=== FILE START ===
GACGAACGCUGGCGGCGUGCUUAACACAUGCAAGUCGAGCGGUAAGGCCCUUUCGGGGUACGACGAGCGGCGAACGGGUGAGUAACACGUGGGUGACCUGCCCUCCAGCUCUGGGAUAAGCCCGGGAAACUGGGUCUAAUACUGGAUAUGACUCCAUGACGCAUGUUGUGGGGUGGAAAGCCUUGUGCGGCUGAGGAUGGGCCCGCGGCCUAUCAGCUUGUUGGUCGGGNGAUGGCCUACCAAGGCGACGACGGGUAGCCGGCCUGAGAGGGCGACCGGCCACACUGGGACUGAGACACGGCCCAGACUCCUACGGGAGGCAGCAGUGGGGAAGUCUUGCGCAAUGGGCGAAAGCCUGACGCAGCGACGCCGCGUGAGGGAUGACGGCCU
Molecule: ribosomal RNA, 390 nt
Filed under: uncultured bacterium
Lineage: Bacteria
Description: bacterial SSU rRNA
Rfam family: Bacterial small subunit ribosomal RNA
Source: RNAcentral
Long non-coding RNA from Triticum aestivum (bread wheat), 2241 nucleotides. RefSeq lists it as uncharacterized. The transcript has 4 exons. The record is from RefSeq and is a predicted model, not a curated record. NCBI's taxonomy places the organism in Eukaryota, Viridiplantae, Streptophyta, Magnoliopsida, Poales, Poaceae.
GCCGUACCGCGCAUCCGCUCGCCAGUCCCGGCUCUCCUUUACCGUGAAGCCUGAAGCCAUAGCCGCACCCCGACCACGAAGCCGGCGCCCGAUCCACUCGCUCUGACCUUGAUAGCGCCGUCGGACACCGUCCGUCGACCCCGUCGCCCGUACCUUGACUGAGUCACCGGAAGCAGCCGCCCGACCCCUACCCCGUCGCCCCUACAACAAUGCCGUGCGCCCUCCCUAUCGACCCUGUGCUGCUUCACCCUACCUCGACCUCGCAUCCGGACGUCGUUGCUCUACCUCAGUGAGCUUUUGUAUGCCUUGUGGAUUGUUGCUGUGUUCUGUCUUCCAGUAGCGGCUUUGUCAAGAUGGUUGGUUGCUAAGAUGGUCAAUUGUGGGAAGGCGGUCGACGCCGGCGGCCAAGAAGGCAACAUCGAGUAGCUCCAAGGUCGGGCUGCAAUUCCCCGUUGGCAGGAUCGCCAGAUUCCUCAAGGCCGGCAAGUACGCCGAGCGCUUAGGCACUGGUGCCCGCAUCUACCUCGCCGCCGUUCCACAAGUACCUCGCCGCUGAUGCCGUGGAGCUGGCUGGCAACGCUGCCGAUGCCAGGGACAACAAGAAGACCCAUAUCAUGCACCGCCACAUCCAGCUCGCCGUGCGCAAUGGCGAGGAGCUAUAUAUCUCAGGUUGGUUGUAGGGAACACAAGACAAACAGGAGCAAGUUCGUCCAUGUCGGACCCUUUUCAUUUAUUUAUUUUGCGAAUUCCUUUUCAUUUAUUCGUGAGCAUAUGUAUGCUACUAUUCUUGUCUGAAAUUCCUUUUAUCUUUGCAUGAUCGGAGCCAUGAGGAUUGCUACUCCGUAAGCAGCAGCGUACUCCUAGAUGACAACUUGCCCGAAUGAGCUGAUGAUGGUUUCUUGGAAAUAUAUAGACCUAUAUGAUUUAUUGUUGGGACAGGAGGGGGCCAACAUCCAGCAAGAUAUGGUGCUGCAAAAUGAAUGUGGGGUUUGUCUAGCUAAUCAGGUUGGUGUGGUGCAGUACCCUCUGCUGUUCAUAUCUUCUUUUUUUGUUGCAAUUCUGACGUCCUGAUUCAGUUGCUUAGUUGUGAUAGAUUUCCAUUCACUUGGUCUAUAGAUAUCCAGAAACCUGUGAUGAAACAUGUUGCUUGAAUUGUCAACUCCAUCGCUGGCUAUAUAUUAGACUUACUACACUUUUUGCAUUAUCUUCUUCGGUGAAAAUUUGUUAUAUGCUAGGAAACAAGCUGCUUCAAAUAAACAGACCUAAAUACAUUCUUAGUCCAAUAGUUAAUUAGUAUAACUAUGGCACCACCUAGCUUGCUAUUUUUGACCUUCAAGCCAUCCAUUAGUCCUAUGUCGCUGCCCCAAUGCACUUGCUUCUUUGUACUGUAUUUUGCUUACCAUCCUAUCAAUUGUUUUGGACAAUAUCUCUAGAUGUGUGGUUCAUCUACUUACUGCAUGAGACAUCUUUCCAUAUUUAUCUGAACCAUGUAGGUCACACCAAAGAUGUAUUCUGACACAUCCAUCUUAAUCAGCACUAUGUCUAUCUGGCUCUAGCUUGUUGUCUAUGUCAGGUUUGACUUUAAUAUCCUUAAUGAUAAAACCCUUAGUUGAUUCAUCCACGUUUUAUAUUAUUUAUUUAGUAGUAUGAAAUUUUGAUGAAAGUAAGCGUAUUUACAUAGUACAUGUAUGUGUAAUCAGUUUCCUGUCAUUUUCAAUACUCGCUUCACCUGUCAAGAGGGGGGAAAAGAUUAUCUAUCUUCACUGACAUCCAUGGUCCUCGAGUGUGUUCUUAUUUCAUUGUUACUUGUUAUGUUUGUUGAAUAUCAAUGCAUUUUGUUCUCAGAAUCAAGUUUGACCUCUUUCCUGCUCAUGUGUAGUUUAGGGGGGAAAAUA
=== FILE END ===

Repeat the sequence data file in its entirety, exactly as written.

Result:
GACGAACGCUGGCGGCGUGCUUAACACAUGCAAGUCGAGCGGUAAGGCCCUUUCGGGGUACGACGAGCGGCGAACGGGUGAGUAACACGUGGGUGACCUGCCCUCCAGCUCUGGGAUAAGCCCGGGAAACUGGGUCUAAUACUGGAUAUGACUCCAUGACGCAUGUUGUGGGGUGGAAAGCCUUGUGCGGCUGAGGAUGGGCCCGCGGCCUAUCAGCUUGUUGGUCGGGNGAUGGCCUACCAAGGCGACGACGGGUAGCCGGCCUGAGAGGGCGACCGGCCACACUGGGACUGAGACACGGCCCAGACUCCUACGGGAGGCAGCAGUGGGGAAGUCUUGCGCAAUGGGCGAAAGCCUGACGCAGCGACGCCGCGUGAGGGAUGACGGCCU
Molecule: ribosomal RNA, 390 nt
Filed under: uncultured bacterium
Lineage: Bacteria
Description: bacterial SSU rRNA
Rfam family: Bacterial small subunit ribosomal RNA
Source: RNAcentral
Long non-coding RNA from Triticum aestivum (bread wheat), 2241 nucleotides. RefSeq lists it as uncharacterized. The transcript has 4 exons. The record is from RefSeq and is a predicted model, not a curated record. NCBI's taxonomy places the organism in Eukaryota, Viridiplantae, Streptophyta, Magnoliopsida, Poales, Poaceae.
GCCGUACCGCGCAUCCGCUCGCCAGUCCCGGCUCUCCUUUACCGUGAAGCCUGAAGCCAUAGCCGCACCCCGACCACGAAGCCGGCGCCCGAUCCACUCGCUCUGACCUUGAUAGCGCCGUCGGACACCGUCCGUCGACCCCGUCGCCCGUACCUUGACUGAGUCACCGGAAGCAGCCGCCCGACCCCUACCCCGUCGCCCCUACAACAAUGCCGUGCGCCCUCCCUAUCGACCCUGUGCUGCUUCACCCUACCUCGACCUCGCAUCCGGACGUCGUUGCUCUACCUCAGUGAGCUUUUGUAUGCCUUGUGGAUUGUUGCUGUGUUCUGUCUUCCAGUAGCGGCUUUGUCAAGAUGGUUGGUUGCUAAGAUGGUCAAUUGUGGGAAGGCGGUCGACGCCGGCGGCCAAGAAGGCAACAUCGAGUAGCUCCAAGGUCGGGCUGCAAUUCCCCGUUGGCAGGAUCGCCAGAUUCCUCAAGGCCGGCAAGUACGCCGAGCGCUUAGGCACUGGUGCCCGCAUCUACCUCGCCGCCGUUCCACAAGUACCUCGCCGCUGAUGCCGUGGAGCUGGCUGGCAACGCUGCCGAUGCCAGGGACAACAAGAAGACCCAUAUCAUGCACCGCCACAUCCAGCUCGCCGUGCGCAAUGGCGAGGAGCUAUAUAUCUCAGGUUGGUUGUAGGGAACACAAGACAAACAGGAGCAAGUUCGUCCAUGUCGGACCCUUUUCAUUUAUUUAUUUUGCGAAUUCCUUUUCAUUUAUUCGUGAGCAUAUGUAUGCUACUAUUCUUGUCUGAAAUUCCUUUUAUCUUUGCAUGAUCGGAGCCAUGAGGAUUGCUACUCCGUAAGCAGCAGCGUACUCCUAGAUGACAACUUGCCCGAAUGAGCUGAUGAUGGUUUCUUGGAAAUAUAUAGACCUAUAUGAUUUAUUGUUGGGACAGGAGGGGGCCAACAUCCAGCAAGAUAUGGUGCUGCAAAAUGAAUGUGGGGUUUGUCUAGCUAAUCAGGUUGGUGUGGUGCAGUACCCUCUGCUGUUCAUAUCUUCUUUUUUUGUUGCAAUUCUGACGUCCUGAUUCAGUUGCUUAGUUGUGAUAGAUUUCCAUUCACUUGGUCUAUAGAUAUCCAGAAACCUGUGAUGAAACAUGUUGCUUGAAUUGUCAACUCCAUCGCUGGCUAUAUAUUAGACUUACUACACUUUUUGCAUUAUCUUCUUCGGUGAAAAUUUGUUAUAUGCUAGGAAACAAGCUGCUUCAAAUAAACAGACCUAAAUACAUUCUUAGUCCAAUAGUUAAUUAGUAUAACUAUGGCACCACCUAGCUUGCUAUUUUUGACCUUCAAGCCAUCCAUUAGUCCUAUGUCGCUGCCCCAAUGCACUUGCUUCUUUGUACUGUAUUUUGCUUACCAUCCUAUCAAUUGUUUUGGACAAUAUCUCUAGAUGUGUGGUUCAUCUACUUACUGCAUGAGACAUCUUUCCAUAUUUAUCUGAACCAUGUAGGUCACACCAAAGAUGUAUUCUGACACAUCCAUCUUAAUCAGCACUAUGUCUAUCUGGCUCUAGCUUGUUGUCUAUGUCAGGUUUGACUUUAAUAUCCUUAAUGAUAAAACCCUUAGUUGAUUCAUCCACGUUUUAUAUUAUUUAUUUAGUAGUAUGAAAUUUUGAUGAAAGUAAGCGUAUUUACAUAGUACAUGUAUGUGUAAUCAGUUUCCUGUCAUUUUCAAUACUCGCUUCACCUGUCAAGAGGGGGGAAAAGAUUAUCUAUCUUCACUGACAUCCAUGGUCCUCGAGUGUGUUCUUAUUUCAUUGUUACUUGUUAUGUUUGUUGAAUAUCAAUGCAUUUUGUUCUCAGAAUCAAGUUUGACCUCUUUCCUGCUCAUGUGUAGUUUAGGGGGGAAAAUA